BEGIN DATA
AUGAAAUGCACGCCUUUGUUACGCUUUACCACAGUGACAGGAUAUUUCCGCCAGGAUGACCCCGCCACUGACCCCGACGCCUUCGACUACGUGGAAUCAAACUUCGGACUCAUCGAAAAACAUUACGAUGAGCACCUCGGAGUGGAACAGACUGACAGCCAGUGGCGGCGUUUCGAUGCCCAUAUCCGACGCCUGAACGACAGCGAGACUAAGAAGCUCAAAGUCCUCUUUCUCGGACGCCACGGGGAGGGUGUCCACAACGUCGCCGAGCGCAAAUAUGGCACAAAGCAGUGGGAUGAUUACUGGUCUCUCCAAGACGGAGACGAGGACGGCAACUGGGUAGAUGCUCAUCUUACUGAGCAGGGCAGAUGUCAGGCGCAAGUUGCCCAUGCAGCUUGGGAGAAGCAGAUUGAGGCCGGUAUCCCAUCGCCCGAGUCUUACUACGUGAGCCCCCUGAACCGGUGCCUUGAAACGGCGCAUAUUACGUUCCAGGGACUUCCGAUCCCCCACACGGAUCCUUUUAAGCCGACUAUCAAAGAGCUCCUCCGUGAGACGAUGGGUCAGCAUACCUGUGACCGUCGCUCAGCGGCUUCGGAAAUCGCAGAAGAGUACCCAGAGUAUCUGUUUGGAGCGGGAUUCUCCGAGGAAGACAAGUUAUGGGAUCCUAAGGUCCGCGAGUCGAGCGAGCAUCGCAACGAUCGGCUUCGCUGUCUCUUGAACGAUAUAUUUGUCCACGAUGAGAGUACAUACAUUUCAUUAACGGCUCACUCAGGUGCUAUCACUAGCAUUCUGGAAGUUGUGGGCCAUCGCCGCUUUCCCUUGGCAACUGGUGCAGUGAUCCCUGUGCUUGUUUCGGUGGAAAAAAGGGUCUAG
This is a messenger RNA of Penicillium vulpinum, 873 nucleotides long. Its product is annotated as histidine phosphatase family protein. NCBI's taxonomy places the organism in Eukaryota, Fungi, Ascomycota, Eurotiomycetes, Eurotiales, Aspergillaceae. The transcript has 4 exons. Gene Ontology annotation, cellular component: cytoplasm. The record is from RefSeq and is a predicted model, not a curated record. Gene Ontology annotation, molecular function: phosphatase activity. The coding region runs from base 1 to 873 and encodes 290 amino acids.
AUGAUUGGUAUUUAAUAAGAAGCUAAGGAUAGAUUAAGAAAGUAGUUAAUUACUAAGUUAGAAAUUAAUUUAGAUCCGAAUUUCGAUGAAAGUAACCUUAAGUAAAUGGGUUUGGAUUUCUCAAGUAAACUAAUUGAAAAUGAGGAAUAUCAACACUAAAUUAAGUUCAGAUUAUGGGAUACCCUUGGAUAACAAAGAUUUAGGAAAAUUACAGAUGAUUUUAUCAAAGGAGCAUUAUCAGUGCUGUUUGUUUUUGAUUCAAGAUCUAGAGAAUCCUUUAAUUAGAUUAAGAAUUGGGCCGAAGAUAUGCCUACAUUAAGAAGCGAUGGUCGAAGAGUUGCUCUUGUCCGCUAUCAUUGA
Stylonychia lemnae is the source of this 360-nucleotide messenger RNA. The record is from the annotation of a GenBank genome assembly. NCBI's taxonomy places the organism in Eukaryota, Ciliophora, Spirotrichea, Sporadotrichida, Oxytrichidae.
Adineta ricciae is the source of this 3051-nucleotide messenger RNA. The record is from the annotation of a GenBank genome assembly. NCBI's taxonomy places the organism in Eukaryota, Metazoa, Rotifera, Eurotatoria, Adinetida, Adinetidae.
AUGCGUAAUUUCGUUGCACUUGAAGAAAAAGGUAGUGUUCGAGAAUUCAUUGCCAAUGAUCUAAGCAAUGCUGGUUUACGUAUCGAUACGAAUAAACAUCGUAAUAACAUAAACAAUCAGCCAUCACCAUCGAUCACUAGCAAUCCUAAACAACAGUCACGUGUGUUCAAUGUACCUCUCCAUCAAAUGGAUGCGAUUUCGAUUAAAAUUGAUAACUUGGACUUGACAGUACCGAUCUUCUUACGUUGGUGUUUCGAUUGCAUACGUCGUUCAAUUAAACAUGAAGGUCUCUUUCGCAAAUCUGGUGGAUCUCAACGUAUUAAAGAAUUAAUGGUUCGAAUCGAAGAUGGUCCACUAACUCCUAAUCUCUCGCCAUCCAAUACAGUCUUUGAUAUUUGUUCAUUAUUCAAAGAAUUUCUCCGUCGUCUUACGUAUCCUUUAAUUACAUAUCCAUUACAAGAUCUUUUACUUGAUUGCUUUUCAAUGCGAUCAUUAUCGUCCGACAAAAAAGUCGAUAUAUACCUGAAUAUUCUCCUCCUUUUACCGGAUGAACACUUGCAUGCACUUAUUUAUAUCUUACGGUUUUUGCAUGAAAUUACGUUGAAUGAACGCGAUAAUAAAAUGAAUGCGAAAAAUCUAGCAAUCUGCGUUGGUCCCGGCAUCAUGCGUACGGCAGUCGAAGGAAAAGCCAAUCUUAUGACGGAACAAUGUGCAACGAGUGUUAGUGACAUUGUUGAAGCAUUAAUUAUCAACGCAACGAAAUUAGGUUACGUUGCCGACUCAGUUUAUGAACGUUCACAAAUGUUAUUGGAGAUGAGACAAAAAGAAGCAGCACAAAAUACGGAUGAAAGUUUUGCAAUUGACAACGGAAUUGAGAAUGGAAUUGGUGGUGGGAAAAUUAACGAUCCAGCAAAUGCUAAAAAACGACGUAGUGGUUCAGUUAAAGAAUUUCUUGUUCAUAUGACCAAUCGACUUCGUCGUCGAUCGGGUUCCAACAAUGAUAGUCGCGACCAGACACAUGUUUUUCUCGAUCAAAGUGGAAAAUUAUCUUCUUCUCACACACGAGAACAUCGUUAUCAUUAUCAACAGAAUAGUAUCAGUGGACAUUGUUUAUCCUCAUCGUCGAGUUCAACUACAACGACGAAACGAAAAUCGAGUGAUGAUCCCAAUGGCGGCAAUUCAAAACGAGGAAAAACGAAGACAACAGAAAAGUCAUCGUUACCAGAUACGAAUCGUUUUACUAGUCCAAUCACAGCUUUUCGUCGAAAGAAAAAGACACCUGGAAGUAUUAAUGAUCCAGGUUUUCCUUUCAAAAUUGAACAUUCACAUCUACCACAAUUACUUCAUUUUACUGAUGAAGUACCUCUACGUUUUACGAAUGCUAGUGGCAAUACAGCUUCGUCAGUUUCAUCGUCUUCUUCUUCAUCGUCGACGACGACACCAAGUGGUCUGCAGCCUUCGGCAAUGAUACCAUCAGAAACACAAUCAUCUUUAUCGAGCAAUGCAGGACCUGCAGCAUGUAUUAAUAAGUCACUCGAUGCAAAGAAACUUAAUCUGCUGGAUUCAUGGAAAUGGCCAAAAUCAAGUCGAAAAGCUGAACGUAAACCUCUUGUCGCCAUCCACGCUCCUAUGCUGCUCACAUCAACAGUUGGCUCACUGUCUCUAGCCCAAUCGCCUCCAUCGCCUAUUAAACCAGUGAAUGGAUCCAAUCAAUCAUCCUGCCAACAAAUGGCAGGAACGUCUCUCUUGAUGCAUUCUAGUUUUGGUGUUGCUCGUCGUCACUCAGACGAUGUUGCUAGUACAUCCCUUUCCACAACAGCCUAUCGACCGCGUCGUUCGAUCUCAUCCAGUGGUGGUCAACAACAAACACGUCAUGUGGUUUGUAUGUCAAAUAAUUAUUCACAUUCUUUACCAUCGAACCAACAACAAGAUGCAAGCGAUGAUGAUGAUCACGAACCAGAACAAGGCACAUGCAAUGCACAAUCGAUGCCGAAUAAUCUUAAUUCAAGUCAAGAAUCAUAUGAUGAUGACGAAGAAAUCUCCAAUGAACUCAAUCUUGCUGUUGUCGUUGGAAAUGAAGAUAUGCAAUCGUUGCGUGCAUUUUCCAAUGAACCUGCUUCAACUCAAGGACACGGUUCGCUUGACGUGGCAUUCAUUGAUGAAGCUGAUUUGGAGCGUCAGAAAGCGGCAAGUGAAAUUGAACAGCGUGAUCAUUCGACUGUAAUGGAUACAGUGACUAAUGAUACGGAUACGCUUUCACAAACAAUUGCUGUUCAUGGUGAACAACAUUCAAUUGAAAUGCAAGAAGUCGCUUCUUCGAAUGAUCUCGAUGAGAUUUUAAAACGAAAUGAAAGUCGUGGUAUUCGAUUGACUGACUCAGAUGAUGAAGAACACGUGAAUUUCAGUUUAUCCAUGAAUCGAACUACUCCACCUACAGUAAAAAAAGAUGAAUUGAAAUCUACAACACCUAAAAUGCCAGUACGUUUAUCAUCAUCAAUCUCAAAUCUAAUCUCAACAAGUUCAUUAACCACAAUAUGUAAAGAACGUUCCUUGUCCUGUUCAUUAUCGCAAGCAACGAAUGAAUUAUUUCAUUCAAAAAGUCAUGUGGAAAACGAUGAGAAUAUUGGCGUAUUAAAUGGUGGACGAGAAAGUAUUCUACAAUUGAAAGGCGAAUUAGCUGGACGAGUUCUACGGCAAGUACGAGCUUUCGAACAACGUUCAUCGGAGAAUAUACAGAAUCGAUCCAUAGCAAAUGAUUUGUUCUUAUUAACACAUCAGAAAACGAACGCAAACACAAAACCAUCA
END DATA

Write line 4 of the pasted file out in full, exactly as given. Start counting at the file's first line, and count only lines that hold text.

Stylonychia lemnae is the source of this 360-nucleotide messenger RNA. The record is from the annotation of a GenBank genome assembly. NCBI's taxonomy places the organism in Eukaryota, Ciliophora, Spirotrichea, Sporadotrichida, Oxytrichidae.